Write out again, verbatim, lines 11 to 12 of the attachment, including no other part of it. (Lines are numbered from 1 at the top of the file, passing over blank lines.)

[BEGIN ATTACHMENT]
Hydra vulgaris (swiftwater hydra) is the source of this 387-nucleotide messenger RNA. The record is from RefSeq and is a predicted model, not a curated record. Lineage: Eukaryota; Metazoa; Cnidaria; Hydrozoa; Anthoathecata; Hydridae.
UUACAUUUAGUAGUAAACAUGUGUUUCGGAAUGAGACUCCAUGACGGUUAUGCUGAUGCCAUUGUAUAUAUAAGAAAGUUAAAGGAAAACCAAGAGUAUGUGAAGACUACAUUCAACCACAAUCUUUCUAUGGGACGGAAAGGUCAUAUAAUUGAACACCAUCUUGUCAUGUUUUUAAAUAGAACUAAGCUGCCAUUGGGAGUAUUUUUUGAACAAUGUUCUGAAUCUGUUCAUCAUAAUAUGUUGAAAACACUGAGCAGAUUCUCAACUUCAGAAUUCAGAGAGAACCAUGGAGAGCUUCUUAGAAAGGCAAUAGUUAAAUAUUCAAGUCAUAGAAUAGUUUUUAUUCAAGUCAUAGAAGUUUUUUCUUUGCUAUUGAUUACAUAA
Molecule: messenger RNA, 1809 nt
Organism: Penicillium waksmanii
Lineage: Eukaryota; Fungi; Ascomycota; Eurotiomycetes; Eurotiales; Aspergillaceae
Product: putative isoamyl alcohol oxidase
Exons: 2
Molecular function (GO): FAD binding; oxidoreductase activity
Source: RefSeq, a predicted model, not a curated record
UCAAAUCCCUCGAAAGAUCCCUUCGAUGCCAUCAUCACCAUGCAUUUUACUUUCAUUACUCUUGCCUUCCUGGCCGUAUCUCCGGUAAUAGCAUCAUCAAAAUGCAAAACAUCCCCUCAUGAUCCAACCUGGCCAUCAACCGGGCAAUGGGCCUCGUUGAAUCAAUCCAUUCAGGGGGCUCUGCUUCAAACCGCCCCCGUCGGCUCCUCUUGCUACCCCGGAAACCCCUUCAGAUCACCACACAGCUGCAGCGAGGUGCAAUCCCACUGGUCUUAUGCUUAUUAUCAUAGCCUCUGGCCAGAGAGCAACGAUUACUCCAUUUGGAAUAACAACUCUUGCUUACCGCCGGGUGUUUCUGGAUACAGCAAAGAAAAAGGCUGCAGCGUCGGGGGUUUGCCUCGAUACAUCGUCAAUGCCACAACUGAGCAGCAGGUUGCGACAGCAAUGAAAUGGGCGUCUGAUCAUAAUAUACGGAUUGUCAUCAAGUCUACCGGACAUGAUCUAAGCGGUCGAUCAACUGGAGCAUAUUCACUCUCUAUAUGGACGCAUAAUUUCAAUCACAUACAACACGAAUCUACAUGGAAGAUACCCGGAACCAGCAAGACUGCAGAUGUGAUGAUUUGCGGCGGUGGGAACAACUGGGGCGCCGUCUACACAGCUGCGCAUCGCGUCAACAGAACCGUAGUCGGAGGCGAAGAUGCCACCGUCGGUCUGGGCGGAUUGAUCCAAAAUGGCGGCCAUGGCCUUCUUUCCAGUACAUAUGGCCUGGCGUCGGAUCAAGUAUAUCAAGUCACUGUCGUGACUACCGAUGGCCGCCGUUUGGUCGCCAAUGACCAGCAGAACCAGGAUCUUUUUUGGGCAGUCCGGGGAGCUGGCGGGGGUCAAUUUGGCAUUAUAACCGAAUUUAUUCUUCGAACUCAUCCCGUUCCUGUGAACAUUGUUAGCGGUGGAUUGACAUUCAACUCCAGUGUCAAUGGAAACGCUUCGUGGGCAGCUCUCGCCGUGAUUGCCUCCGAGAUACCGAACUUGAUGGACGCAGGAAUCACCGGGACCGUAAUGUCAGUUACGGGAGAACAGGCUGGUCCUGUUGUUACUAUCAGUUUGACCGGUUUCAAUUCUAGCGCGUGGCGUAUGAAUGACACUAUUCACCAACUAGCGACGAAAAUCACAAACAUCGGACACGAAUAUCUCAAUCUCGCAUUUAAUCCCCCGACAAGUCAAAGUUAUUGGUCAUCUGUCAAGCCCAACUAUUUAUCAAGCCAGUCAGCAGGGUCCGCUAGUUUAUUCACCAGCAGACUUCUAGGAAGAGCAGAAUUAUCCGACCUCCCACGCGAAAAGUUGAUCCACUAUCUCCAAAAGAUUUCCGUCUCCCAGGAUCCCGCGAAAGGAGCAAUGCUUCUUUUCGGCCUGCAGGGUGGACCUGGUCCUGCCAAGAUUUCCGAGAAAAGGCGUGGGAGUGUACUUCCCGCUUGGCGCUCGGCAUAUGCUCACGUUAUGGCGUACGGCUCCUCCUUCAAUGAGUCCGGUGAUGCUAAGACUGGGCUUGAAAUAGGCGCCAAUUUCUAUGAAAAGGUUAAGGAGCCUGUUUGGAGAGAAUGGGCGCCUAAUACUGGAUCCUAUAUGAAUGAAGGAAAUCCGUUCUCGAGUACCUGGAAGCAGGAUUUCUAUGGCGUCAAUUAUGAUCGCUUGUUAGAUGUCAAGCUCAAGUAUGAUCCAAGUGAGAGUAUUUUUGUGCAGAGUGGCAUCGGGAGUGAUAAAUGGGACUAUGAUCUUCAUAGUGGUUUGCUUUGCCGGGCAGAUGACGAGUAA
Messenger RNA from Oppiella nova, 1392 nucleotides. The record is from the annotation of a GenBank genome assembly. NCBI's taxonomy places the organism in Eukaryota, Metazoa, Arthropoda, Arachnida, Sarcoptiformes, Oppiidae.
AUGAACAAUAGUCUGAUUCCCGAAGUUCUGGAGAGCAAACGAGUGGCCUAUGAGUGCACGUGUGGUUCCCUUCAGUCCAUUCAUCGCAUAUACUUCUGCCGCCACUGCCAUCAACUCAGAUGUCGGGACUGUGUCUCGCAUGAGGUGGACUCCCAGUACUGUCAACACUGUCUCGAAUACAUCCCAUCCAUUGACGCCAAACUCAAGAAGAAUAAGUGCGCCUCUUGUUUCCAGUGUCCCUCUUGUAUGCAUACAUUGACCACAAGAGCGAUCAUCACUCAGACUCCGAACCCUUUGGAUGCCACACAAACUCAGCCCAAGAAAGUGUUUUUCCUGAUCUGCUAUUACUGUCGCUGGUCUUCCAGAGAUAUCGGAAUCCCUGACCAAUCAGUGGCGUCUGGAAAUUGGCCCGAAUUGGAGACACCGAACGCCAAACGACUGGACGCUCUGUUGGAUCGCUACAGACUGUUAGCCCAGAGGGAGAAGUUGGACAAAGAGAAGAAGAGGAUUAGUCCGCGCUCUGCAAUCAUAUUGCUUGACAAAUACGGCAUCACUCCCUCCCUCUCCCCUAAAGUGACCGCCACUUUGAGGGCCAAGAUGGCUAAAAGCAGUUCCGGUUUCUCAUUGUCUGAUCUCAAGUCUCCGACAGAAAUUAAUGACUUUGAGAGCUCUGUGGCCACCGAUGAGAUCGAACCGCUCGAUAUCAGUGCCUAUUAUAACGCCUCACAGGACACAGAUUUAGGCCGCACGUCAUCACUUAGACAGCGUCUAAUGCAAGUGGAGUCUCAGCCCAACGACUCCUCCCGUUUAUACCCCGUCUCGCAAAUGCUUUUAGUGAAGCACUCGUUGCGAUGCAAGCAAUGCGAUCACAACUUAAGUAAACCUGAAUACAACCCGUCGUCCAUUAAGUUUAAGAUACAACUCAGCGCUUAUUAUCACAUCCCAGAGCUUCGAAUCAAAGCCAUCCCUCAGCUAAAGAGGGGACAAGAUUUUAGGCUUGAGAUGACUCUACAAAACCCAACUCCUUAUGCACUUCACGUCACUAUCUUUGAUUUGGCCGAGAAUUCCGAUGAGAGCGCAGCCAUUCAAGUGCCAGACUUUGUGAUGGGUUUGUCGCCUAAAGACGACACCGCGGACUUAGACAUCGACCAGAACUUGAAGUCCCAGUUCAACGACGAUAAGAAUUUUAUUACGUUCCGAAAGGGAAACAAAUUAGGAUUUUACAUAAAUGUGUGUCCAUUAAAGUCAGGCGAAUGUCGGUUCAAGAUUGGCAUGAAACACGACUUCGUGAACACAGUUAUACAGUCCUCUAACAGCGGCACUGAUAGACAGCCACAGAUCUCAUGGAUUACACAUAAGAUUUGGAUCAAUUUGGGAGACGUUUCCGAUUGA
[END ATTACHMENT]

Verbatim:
Messenger RNA from Oppiella nova, 1392 nucleotides. The record is from the annotation of a GenBank genome assembly. NCBI's taxonomy places the organism in Eukaryota, Metazoa, Arthropoda, Arachnida, Sarcoptiformes, Oppiidae.
AUGAACAAUAGUCUGAUUCCCGAAGUUCUGGAGAGCAAACGAGUGGCCUAUGAGUGCACGUGUGGUUCCCUUCAGUCCAUUCAUCGCAUAUACUUCUGCCGCCACUGCCAUCAACUCAGAUGUCGGGACUGUGUCUCGCAUGAGGUGGACUCCCAGUACUGUCAACACUGUCUCGAAUACAUCCCAUCCAUUGACGCCAAACUCAAGAAGAAUAAGUGCGCCUCUUGUUUCCAGUGUCCCUCUUGUAUGCAUACAUUGACCACAAGAGCGAUCAUCACUCAGACUCCGAACCCUUUGGAUGCCACACAAACUCAGCCCAAGAAAGUGUUUUUCCUGAUCUGCUAUUACUGUCGCUGGUCUUCCAGAGAUAUCGGAAUCCCUGACCAAUCAGUGGCGUCUGGAAAUUGGCCCGAAUUGGAGACACCGAACGCCAAACGACUGGACGCUCUGUUGGAUCGCUACAGACUGUUAGCCCAGAGGGAGAAGUUGGACAAAGAGAAGAAGAGGAUUAGUCCGCGCUCUGCAAUCAUAUUGCUUGACAAAUACGGCAUCACUCCCUCCCUCUCCCCUAAAGUGACCGCCACUUUGAGGGCCAAGAUGGCUAAAAGCAGUUCCGGUUUCUCAUUGUCUGAUCUCAAGUCUCCGACAGAAAUUAAUGACUUUGAGAGCUCUGUGGCCACCGAUGAGAUCGAACCGCUCGAUAUCAGUGCCUAUUAUAACGCCUCACAGGACACAGAUUUAGGCCGCACGUCAUCACUUAGACAGCGUCUAAUGCAAGUGGAGUCUCAGCCCAACGACUCCUCCCGUUUAUACCCCGUCUCGCAAAUGCUUUUAGUGAAGCACUCGUUGCGAUGCAAGCAAUGCGAUCACAACUUAAGUAAACCUGAAUACAACCCGUCGUCCAUUAAGUUUAAGAUACAACUCAGCGCUUAUUAUCACAUCCCAGAGCUUCGAAUCAAAGCCAUCCCUCAGCUAAAGAGGGGACAAGAUUUUAGGCUUGAGAUGACUCUACAAAACCCAACUCCUUAUGCACUUCACGUCACUAUCUUUGAUUUGGCCGAGAAUUCCGAUGAGAGCGCAGCCAUUCAAGUGCCAGACUUUGUGAUGGGUUUGUCGCCUAAAGACGACACCGCGGACUUAGACAUCGACCAGAACUUGAAGUCCCAGUUCAACGACGAUAAGAAUUUUAUUACGUUCCGAAAGGGAAACAAAUUAGGAUUUUACAUAAAUGUGUGUCCAUUAAAGUCAGGCGAAUGUCGGUUCAAGAUUGGCAUGAAACACGACUUCGUGAACACAGUUAUACAGUCCUCUAACAGCGGCACUGAUAGACAGCCACAGAUCUCAUGGAUUACACAUAAGAUUUGGAUCAAUUUGGGAGACGUUUCCGAUUGA